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Employer-Sponsored Social Events: After the Party

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Subsidized Meals: Are They a Taxable Benefit?

Do you have an employee dining room or cafeteria? In a March 21, 2018 Technical Interpretation, CRA stated that they do not consider meals subsidized by the employer to be a taxable benefit provided the employee pays a reasonable charge. This charge should be sufficient to cover the cost of the food, its preparation and service.
Where the charge is less than the cost, the difference would be considered a taxable benefit and should be included on the employee’s T4. It is also important to note that the taxable benefit would be pensionable (CPP remittance required), but not insurable (no EI remittance required).
Action Item: Due to the tax cost to the employee, in addition to the administrative tracking costs, one should consider having employees pay at least a reasonable amount for meals provided.

Donation Receipts: How Complete Is Complete?

Charities should ensure that any donation receipts issued are fully compliant with the tax rules. Failure to do so may result in the donor being denied a charitable donation if reviewed by CRA. This could cause operational and goodwill problems for the charity. Receipts for cash gifts must have the following: a statement that it is an official receipt for income tax purposes;the name and address of the charity as on file with CRA;a unique serial number;the registration number issued by CRA;the location (city, town, municipality) where the receipt was issued;the date or year the gift was received and the date the receipt was issued;the full name, including middle initial, and address of the donor;the amount of the gift;the amount and description of any advantage received by the donor;the eligible amount of the gift;the signature of an individual authorized by the charity to acknowledge gifts; andthe name and website address of CRA. Receipts for non-cash gifts must also include: the date…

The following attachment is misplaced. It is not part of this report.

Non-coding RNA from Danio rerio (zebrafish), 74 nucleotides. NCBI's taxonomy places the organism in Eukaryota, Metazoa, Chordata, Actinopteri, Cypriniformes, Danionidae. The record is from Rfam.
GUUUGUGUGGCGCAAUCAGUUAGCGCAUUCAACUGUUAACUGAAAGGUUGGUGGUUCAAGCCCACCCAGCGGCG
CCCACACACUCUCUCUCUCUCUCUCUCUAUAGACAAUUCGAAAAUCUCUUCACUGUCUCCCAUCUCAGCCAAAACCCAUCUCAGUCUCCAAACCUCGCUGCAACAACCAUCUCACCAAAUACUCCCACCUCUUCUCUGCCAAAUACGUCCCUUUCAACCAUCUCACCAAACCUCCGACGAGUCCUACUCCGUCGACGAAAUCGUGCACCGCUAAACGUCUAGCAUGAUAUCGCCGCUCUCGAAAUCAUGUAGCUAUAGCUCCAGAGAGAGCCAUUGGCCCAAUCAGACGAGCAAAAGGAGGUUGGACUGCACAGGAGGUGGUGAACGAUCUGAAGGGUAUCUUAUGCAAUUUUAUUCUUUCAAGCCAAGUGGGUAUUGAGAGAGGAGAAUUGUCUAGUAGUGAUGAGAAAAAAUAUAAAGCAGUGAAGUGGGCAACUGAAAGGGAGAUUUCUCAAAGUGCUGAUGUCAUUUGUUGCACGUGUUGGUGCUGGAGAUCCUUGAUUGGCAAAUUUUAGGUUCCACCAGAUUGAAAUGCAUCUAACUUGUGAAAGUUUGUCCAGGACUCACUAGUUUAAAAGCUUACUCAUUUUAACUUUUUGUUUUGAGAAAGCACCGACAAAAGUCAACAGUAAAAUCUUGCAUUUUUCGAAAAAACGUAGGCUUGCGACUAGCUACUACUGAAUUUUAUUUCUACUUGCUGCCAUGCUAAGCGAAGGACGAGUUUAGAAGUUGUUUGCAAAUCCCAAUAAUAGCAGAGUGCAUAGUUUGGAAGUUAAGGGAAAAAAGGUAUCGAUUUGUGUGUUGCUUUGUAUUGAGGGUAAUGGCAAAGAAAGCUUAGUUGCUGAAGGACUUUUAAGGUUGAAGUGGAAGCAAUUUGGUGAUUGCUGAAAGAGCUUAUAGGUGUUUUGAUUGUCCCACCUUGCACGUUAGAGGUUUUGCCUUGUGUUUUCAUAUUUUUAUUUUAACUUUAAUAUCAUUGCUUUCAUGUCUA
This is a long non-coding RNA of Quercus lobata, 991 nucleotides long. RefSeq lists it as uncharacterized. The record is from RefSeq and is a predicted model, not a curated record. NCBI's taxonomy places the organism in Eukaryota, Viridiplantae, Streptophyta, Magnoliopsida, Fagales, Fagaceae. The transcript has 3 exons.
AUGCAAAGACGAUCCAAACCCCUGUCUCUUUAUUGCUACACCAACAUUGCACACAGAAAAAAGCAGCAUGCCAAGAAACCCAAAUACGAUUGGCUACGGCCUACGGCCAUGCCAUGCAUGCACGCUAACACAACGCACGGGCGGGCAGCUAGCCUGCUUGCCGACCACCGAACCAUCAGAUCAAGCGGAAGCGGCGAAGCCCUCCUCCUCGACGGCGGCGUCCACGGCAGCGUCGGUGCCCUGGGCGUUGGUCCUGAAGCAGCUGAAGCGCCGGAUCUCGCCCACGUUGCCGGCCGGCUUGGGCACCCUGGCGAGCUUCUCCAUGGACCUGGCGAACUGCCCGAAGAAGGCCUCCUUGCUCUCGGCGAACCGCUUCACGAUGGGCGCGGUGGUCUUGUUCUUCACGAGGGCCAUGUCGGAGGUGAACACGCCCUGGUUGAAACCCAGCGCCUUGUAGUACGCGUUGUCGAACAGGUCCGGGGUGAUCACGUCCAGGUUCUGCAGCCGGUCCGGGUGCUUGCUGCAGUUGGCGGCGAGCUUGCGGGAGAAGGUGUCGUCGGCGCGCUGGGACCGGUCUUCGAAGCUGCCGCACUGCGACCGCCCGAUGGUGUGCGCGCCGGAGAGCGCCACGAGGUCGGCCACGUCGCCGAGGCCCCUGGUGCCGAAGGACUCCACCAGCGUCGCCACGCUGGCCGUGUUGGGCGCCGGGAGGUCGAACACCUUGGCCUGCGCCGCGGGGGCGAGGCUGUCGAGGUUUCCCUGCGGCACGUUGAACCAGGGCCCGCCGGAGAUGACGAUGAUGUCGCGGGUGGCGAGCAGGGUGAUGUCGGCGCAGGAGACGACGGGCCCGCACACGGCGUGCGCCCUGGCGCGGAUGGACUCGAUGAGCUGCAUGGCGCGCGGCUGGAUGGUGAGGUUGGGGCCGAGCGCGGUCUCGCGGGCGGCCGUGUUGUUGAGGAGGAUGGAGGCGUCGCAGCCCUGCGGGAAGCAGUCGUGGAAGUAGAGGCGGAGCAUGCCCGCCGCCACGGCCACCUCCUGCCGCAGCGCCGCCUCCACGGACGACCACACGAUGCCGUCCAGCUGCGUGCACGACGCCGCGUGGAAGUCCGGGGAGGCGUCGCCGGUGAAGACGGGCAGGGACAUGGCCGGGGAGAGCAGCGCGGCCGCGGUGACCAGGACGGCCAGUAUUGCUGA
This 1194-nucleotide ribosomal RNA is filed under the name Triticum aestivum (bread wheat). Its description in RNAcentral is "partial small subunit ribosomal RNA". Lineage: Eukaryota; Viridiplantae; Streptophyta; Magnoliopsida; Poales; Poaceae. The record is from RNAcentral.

Home Buyers Need To Check Residency Of Home Sellers If They Suspect The Seller Is Not Canadian

When Canadians purchase a home, they are required to withhold part of the purchase price should the seller be a non-resident of Canada. A recent Tax Court of Canada decision (Kau v. the Queen [2018 TCC 156]) should serve as a warning to clients and professionals alike, to watch for any red flags in the purchase process. As a result, the home buyer has to pay 25% of the purchase price to CRA on top of the original purchase price. While hindsight is 20/20, the judge suggests that red flags should have lead to further inquiry by the home buyer as well as the buyer’s lawyer. The following technical overview from Knotia.ca of  the court case, outlines that a purchaser and his lawyer failed to adequately ensure the seller of a home was a Canadian resident. “At issue was whether the taxpayer was liable for the withholding tax on the purchase of a condominium as assessed under s. 116(5) of the ITA for the 2011 taxation year, on the basis that he as the purchaser had, after reasonable inquiry…